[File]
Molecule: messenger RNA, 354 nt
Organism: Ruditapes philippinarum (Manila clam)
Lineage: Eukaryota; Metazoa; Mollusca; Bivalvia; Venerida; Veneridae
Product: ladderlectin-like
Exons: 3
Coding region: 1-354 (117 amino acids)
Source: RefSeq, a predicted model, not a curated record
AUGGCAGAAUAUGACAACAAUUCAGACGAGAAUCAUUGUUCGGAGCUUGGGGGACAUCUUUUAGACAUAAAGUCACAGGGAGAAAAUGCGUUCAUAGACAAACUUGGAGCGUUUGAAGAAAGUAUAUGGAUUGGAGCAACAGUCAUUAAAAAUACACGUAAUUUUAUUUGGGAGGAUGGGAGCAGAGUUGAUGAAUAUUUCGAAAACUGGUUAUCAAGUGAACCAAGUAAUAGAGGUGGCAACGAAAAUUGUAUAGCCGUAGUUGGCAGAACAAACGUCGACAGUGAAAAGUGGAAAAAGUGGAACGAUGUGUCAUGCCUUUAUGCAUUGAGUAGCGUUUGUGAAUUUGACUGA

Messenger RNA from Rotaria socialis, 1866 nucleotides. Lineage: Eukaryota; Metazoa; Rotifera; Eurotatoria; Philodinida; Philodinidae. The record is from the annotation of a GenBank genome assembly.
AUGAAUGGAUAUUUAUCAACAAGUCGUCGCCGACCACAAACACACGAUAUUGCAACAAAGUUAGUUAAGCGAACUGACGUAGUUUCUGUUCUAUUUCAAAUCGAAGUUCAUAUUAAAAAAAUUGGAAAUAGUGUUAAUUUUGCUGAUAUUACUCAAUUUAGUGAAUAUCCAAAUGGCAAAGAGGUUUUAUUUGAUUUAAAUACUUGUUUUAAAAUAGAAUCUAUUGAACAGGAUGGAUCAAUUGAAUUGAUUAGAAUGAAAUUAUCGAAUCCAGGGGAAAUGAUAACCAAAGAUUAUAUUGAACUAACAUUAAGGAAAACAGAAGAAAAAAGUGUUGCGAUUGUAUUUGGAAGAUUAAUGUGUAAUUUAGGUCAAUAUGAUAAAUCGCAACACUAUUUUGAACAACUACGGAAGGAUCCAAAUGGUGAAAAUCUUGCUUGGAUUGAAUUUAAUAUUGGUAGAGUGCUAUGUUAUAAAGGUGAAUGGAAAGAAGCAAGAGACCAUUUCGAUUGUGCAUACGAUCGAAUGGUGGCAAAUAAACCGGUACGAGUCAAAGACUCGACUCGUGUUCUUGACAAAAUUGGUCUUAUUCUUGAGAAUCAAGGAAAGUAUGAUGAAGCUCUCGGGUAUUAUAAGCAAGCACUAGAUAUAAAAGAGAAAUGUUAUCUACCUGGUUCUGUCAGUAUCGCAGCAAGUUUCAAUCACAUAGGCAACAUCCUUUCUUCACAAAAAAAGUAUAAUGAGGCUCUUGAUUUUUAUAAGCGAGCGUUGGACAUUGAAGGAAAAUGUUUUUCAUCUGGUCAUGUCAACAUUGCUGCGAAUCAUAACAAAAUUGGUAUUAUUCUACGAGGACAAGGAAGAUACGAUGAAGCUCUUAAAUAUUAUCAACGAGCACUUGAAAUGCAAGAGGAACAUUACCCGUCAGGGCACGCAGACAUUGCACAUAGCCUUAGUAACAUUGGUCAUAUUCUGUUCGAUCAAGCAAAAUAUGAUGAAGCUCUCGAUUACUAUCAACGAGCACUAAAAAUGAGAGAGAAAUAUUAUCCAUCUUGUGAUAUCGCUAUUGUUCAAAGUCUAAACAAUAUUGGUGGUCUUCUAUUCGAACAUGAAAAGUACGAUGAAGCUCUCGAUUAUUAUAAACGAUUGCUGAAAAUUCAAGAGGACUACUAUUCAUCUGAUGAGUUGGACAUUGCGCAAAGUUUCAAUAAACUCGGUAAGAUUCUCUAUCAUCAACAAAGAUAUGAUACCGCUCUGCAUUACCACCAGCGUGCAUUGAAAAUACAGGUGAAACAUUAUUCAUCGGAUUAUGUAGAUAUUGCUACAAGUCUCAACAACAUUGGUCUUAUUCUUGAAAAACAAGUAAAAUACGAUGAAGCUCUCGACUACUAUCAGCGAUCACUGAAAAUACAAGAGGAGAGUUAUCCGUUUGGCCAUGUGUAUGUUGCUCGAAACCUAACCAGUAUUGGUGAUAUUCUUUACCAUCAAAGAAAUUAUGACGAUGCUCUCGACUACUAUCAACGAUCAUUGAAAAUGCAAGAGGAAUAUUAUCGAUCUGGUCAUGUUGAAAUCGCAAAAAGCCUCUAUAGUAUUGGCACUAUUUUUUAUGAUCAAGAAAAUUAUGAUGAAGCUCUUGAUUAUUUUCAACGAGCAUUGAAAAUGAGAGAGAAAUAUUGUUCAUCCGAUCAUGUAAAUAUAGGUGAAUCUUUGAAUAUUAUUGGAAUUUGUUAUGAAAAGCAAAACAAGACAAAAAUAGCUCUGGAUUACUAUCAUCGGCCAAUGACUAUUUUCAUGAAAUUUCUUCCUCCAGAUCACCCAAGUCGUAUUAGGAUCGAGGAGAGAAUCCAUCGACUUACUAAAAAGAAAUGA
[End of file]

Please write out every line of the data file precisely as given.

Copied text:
Molecule: messenger RNA, 354 nt
Organism: Ruditapes philippinarum (Manila clam)
Lineage: Eukaryota; Metazoa; Mollusca; Bivalvia; Venerida; Veneridae
Product: ladderlectin-like
Exons: 3
Coding region: 1-354 (117 amino acids)
Source: RefSeq, a predicted model, not a curated record
AUGGCAGAAUAUGACAACAAUUCAGACGAGAAUCAUUGUUCGGAGCUUGGGGGACAUCUUUUAGACAUAAAGUCACAGGGAGAAAAUGCGUUCAUAGACAAACUUGGAGCGUUUGAAGAAAGUAUAUGGAUUGGAGCAACAGUCAUUAAAAAUACACGUAAUUUUAUUUGGGAGGAUGGGAGCAGAGUUGAUGAAUAUUUCGAAAACUGGUUAUCAAGUGAACCAAGUAAUAGAGGUGGCAACGAAAAUUGUAUAGCCGUAGUUGGCAGAACAAACGUCGACAGUGAAAAGUGGAAAAAGUGGAACGAUGUGUCAUGCCUUUAUGCAUUGAGUAGCGUUUGUGAAUUUGACUGA

Messenger RNA from Rotaria socialis, 1866 nucleotides. Lineage: Eukaryota; Metazoa; Rotifera; Eurotatoria; Philodinida; Philodinidae. The record is from the annotation of a GenBank genome assembly.
AUGAAUGGAUAUUUAUCAACAAGUCGUCGCCGACCACAAACACACGAUAUUGCAACAAAGUUAGUUAAGCGAACUGACGUAGUUUCUGUUCUAUUUCAAAUCGAAGUUCAUAUUAAAAAAAUUGGAAAUAGUGUUAAUUUUGCUGAUAUUACUCAAUUUAGUGAAUAUCCAAAUGGCAAAGAGGUUUUAUUUGAUUUAAAUACUUGUUUUAAAAUAGAAUCUAUUGAACAGGAUGGAUCAAUUGAAUUGAUUAGAAUGAAAUUAUCGAAUCCAGGGGAAAUGAUAACCAAAGAUUAUAUUGAACUAACAUUAAGGAAAACAGAAGAAAAAAGUGUUGCGAUUGUAUUUGGAAGAUUAAUGUGUAAUUUAGGUCAAUAUGAUAAAUCGCAACACUAUUUUGAACAACUACGGAAGGAUCCAAAUGGUGAAAAUCUUGCUUGGAUUGAAUUUAAUAUUGGUAGAGUGCUAUGUUAUAAAGGUGAAUGGAAAGAAGCAAGAGACCAUUUCGAUUGUGCAUACGAUCGAAUGGUGGCAAAUAAACCGGUACGAGUCAAAGACUCGACUCGUGUUCUUGACAAAAUUGGUCUUAUUCUUGAGAAUCAAGGAAAGUAUGAUGAAGCUCUCGGGUAUUAUAAGCAAGCACUAGAUAUAAAAGAGAAAUGUUAUCUACCUGGUUCUGUCAGUAUCGCAGCAAGUUUCAAUCACAUAGGCAACAUCCUUUCUUCACAAAAAAAGUAUAAUGAGGCUCUUGAUUUUUAUAAGCGAGCGUUGGACAUUGAAGGAAAAUGUUUUUCAUCUGGUCAUGUCAACAUUGCUGCGAAUCAUAACAAAAUUGGUAUUAUUCUACGAGGACAAGGAAGAUACGAUGAAGCUCUUAAAUAUUAUCAACGAGCACUUGAAAUGCAAGAGGAACAUUACCCGUCAGGGCACGCAGACAUUGCACAUAGCCUUAGUAACAUUGGUCAUAUUCUGUUCGAUCAAGCAAAAUAUGAUGAAGCUCUCGAUUACUAUCAACGAGCACUAAAAAUGAGAGAGAAAUAUUAUCCAUCUUGUGAUAUCGCUAUUGUUCAAAGUCUAAACAAUAUUGGUGGUCUUCUAUUCGAACAUGAAAAGUACGAUGAAGCUCUCGAUUAUUAUAAACGAUUGCUGAAAAUUCAAGAGGACUACUAUUCAUCUGAUGAGUUGGACAUUGCGCAAAGUUUCAAUAAACUCGGUAAGAUUCUCUAUCAUCAACAAAGAUAUGAUACCGCUCUGCAUUACCACCAGCGUGCAUUGAAAAUACAGGUGAAACAUUAUUCAUCGGAUUAUGUAGAUAUUGCUACAAGUCUCAACAACAUUGGUCUUAUUCUUGAAAAACAAGUAAAAUACGAUGAAGCUCUCGACUACUAUCAGCGAUCACUGAAAAUACAAGAGGAGAGUUAUCCGUUUGGCCAUGUGUAUGUUGCUCGAAACCUAACCAGUAUUGGUGAUAUUCUUUACCAUCAAAGAAAUUAUGACGAUGCUCUCGACUACUAUCAACGAUCAUUGAAAAUGCAAGAGGAAUAUUAUCGAUCUGGUCAUGUUGAAAUCGCAAAAAGCCUCUAUAGUAUUGGCACUAUUUUUUAUGAUCAAGAAAAUUAUGAUGAAGCUCUUGAUUAUUUUCAACGAGCAUUGAAAAUGAGAGAGAAAUAUUGUUCAUCCGAUCAUGUAAAUAUAGGUGAAUCUUUGAAUAUUAUUGGAAUUUGUUAUGAAAAGCAAAACAAGACAAAAAUAGCUCUGGAUUACUAUCAUCGGCCAAUGACUAUUUUCAUGAAAUUUCUUCCUCCAGAUCACCCAAGUCGUAUUAGGAUCGAGGAGAGAAUCCAUCGACUUACUAAAAAGAAAUGA